Here we will predict which players will take a step forward in their performances in the 2017 season. The players in the following article will have either experienced poor 2016 seasons or shown improved numbers across the board. Regardless of the players 2016 situation, advanced statistics tell us that they are primed for quality 2017 seasons and sustained success for the future.
The NL West is a particularly interesting division, featuring two elite level teams in the Dodgers and Giants, but also featuring two up and coming teams that some believe will perform better than expected in 2017: the Rockies and Diamondbacks. The San Diego Padres are in the early stages of a rebuild but feature quite a variety of young position players making their debuts at some point during 2017.
Arizona Diamondbacks – Taijuan Walker
Taijuan Walker came to Arizona as part of the trade that sent Jean Segura and Mitch Haniger to the Mariners. Once a highly regarded prospect, Walker has settled in as a 3 starter in the majors, although many believe that at age 24 he has yet to tap into his potential. Over the past two seasons, he has pitched to a tune of an ERA of around 4.30, which at first glance may not seem appealing, but his ability to limit walks (2.5 BB/9 over the last two seasons) and ability to strikeout batters (8.1 K/9 over the last two seasons) give Walker a good outlook for the 2017 season. A move from the AL to the NL should also favor Walker, and a solid defense behind him in Arizona will also play a key role in his improvement. Walker has established himself as a solid major league starter, but with a few improvements he could truly catapult himself into the top of the Diamondbacks staff for years to come.
Colorado Rockies – Tyler Chatwood
Behold, your 2016 MLB leader in road ERA. Wait, what? You heard right, Tyler Chatswood’s 1.69 ERA in 13 road starts was the best in the majors last year, alluding to his ability to induce weak contact and generate a ton of ground balls. The problem? His ERA in Coors Field: 6.12. Chatswood’s ERA gradually increased month by month during 2016, likely a result of fatigue and workload, especially considering he had missed the entire 2015 due to Tommy John Surgery. However, with a full season of experience under his belt, Chatswood’s ability to generate ground balls should play excellent in Coors Field behind a defense that features two gold glovers in Nolan Arenado and DJ LeMahieu. Don’t expect Chatswood to repeat his 1.69 road ERA again, but if he can bring down his Coors Field ERA to a more respectable number around the 4’s, Chatwood should comfortably settle in as the Rockies second starter behind budding ace, Jon Gray.
Los Angeles Dodgers – Yasiel Puig
Here’s a bold prediction for 2017: Yasiel Puig will not be playing baseball in Los Angeles by season’s end. After bursting onto the scene in 2013, Puig has struggled to regain the form that garnered him MVP votes as a rookie. He hasn’t been bad since then, but inconsistencies have frustrated the Dodgers and limited his development. He reminds me a lot of Justin Upton, an incredibly talented player who is what he is, inconsistent. If Puig is going to improve this season, look for him to resort back to his approach of hitting to the opposite field, which he did fewer last year than he previously had in his whole career. A September call up in 2016 saw him hit .281/.338/.561 while producing a 137 wRC+, teasing at a return to the All-Star form he had in his first few seasons. However, with a crowded outfield situation and growing impatience from the Dodgers, Puig would massively benefit from a trade and a change in scenery. Keep a team like the Phillies in mind, who could take a chance on Puig as they continue to rebuild.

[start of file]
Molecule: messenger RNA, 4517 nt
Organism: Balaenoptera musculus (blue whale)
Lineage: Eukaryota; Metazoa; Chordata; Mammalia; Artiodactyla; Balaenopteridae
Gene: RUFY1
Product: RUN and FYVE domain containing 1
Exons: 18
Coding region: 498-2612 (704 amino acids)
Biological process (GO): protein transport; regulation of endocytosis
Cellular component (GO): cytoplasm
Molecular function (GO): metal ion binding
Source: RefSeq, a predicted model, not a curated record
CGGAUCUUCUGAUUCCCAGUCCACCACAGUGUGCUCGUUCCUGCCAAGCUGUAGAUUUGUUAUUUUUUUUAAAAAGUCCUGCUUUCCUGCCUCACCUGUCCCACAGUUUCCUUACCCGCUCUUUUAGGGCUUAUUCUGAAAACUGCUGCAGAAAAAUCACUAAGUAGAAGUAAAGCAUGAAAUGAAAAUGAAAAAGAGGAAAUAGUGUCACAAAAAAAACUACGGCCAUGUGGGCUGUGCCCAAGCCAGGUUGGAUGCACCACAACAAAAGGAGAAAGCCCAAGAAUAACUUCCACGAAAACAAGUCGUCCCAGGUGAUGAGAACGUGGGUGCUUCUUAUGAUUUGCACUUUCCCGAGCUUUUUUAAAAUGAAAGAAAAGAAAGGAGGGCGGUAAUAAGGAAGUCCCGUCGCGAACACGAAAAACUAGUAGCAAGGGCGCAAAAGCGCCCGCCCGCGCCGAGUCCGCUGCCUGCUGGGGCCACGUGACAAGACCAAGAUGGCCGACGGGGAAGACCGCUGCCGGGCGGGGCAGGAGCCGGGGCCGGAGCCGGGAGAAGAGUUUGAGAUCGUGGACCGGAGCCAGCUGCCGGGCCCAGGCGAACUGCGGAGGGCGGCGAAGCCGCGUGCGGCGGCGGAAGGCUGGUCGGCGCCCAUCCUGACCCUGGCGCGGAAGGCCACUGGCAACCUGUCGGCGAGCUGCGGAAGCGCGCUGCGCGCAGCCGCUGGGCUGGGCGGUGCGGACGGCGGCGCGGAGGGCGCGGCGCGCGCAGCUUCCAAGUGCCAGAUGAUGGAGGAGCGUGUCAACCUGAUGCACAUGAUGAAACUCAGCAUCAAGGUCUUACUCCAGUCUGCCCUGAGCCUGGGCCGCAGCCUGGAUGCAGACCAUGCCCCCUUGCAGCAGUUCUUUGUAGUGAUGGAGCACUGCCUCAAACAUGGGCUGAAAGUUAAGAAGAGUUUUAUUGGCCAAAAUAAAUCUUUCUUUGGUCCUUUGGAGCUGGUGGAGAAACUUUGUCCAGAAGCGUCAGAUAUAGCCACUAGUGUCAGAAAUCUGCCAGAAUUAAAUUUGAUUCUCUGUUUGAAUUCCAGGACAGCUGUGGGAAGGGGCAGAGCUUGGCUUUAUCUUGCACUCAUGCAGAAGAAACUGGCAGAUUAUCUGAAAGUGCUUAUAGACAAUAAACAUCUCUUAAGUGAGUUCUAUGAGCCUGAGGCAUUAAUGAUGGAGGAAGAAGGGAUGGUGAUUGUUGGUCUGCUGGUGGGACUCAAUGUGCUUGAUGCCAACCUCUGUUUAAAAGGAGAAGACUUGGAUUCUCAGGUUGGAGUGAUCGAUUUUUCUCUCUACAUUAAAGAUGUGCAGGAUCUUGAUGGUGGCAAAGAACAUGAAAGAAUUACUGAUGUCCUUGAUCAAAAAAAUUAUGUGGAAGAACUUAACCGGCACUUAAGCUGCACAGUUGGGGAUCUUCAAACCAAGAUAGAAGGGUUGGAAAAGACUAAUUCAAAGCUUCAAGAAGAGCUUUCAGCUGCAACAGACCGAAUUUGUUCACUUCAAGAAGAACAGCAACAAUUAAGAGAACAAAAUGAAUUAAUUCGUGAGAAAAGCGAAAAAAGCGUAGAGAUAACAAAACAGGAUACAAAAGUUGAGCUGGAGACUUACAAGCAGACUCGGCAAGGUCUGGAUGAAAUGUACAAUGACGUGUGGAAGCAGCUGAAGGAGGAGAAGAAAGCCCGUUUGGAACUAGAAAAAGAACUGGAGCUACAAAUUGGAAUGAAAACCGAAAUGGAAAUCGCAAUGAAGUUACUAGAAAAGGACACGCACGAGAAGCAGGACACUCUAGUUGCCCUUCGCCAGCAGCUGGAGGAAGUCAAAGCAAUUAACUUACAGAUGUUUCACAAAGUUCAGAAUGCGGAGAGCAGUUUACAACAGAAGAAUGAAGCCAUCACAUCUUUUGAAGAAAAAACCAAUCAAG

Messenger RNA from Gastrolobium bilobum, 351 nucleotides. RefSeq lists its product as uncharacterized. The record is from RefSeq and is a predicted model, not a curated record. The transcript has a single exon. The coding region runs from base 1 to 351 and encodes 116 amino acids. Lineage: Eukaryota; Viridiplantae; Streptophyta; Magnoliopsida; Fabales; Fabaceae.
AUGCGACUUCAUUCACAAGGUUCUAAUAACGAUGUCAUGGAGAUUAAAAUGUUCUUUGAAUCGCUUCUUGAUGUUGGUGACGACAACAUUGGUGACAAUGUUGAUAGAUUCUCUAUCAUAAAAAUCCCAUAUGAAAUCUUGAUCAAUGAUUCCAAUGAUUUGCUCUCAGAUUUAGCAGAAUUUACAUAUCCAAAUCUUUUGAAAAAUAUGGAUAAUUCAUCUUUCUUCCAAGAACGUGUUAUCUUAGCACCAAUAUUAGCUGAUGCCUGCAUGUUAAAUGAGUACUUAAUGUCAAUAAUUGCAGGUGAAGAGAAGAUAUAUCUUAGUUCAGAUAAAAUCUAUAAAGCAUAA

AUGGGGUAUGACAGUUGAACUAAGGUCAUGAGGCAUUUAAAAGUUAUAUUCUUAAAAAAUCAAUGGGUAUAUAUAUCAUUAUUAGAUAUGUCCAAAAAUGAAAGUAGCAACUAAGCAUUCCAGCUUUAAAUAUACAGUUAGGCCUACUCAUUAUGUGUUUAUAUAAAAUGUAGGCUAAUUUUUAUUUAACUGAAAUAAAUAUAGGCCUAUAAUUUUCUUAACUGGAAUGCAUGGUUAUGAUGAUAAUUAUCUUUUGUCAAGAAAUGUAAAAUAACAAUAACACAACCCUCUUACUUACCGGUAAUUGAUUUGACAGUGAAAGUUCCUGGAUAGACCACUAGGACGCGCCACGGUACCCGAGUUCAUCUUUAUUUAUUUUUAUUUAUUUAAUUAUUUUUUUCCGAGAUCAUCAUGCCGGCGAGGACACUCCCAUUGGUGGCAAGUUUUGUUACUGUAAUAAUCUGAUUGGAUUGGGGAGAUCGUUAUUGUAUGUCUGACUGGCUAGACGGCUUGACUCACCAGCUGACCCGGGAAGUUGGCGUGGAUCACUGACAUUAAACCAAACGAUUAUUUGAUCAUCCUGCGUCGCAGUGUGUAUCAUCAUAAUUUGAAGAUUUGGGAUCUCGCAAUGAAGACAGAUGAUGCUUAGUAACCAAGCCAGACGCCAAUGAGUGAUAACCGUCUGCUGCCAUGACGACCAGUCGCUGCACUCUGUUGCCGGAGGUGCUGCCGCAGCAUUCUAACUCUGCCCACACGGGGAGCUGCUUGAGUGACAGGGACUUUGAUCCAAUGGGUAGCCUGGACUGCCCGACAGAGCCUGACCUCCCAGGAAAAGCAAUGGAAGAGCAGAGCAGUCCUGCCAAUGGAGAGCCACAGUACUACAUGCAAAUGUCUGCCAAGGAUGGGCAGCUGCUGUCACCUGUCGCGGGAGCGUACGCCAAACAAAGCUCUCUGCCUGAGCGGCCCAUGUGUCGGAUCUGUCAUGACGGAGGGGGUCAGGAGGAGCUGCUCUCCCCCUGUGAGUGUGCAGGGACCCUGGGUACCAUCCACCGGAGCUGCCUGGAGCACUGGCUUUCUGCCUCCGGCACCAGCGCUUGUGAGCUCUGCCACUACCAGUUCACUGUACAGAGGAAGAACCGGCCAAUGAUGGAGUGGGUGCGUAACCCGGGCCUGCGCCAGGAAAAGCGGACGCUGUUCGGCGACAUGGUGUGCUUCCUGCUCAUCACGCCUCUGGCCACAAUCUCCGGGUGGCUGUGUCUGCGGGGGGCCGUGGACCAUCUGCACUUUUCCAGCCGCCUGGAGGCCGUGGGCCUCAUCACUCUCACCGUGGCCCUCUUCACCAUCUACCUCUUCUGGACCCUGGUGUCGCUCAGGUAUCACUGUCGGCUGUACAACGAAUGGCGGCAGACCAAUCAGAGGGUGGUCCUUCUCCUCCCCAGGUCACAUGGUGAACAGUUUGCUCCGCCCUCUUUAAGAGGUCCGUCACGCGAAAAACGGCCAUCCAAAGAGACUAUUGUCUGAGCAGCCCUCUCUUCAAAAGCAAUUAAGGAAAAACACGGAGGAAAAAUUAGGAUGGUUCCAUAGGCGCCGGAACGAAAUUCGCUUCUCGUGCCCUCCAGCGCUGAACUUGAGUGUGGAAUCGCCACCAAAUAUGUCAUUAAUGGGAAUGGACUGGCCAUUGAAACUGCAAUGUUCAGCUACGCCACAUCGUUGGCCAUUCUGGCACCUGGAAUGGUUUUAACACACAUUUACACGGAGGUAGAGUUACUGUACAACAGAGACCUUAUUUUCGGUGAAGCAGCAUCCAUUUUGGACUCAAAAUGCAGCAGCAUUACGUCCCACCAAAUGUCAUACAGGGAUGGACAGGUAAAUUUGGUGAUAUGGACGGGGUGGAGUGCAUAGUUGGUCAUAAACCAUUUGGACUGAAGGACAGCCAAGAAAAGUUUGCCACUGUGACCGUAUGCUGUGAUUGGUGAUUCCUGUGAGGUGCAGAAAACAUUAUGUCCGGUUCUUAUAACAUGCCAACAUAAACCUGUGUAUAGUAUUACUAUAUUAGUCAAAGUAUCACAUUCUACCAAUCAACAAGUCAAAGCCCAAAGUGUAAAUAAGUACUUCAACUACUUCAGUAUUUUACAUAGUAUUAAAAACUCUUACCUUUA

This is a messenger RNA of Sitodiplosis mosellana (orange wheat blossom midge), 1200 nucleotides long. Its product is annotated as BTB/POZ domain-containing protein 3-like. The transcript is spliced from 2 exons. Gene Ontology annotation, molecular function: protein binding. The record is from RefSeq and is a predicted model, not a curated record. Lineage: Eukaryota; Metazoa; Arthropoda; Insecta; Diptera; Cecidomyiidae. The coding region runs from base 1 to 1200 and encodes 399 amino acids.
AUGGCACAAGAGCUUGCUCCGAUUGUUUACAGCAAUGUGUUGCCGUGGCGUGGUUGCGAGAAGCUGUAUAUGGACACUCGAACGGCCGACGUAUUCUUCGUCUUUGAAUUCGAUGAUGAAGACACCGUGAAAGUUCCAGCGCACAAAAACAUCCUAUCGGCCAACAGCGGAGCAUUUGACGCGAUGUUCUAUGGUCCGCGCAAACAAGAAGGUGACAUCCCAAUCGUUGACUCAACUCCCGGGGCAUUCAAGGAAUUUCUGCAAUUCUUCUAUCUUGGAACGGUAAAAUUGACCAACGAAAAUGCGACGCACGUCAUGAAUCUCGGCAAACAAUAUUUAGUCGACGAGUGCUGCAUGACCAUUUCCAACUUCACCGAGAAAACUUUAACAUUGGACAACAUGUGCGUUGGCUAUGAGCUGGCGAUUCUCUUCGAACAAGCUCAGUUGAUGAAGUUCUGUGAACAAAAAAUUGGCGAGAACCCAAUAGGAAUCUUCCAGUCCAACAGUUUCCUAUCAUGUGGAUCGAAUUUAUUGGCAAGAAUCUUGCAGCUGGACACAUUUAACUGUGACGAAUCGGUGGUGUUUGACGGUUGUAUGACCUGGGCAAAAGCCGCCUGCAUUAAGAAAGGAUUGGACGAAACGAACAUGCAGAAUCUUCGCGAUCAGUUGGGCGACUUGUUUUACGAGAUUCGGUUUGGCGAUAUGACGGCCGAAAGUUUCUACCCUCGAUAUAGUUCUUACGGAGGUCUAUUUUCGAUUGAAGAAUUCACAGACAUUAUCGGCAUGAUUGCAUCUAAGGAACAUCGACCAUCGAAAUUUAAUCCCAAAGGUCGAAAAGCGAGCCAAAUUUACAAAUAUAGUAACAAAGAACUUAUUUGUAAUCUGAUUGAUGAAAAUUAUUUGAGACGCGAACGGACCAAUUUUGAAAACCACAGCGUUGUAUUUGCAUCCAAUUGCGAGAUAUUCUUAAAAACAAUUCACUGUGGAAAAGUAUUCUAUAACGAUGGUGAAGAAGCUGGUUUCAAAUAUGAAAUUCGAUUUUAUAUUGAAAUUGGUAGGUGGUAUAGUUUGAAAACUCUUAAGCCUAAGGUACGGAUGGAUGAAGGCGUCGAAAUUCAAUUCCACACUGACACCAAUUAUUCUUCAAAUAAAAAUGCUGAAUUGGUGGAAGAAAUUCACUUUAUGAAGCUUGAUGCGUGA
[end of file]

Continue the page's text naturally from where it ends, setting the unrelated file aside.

San Diego Padres – Hunter Renfroe
Hunter Renfroe has done two things over his last three minor league seasons: stay healthy and hit a ton of extra base hits. After hitting 30 home runs and 34 doubles while posting a slash line of .306/.336/.557, he earned a promotion to the majors where in just 35 at bats hit another 4 homers while driving in 14. The power is undeniable, but what will determine just how successful he is will be his ability to work deep counts. He only struck out 5 times in his 35 major league at bats, and his strikeout numbers in the minor leagues, although still high, have been trending in the right direction. How he works counts will help him see better pitches to hit and increase the amount of times he walks. It would be incorrect to label him a free swinger at this point, but he will need to improve on his pitch selection to sustain long term success in the majors. Pitchers will expose the outer part of the plate against him, and rightfully so, but expect Renfroe to punish any pitch that gets too much of the plate. He will form part of an exiting young outfield in San Diego that also features defensive wizard Manuel Margot and the speedy Travis Jankowski in left.
San Francisco Giants – Derek Law
While his 2017 debut didn’t go as planned, Derek Law had a spectacular rookie season in 2016, pitching to a tune of a 2.13 ERA in 55 innings out the Giants bullpen. With the Giants signing Mark Melancon to close games and already having a valuable 8th inning weapon in Hunter Strickland, Derek Law becomes an extremely valuable asset that the Giants can use in an “Andrew Miller” type of role during the season, perhaps bringing him in the early or mid innings to help get his team out of jams. Of his 61 appearances in 2016, 12 of them were for more than 3 outs, which signals that he has the capacity to pitch in longer relief than the classic one inning, hard throwing bullpen arm. Coming up as a closer in the Giants system (over 40 minor league saves), he has experience working in high leverage situations and could prove to be a vital weapon out of the Giants bullpen which struggled mightily last season.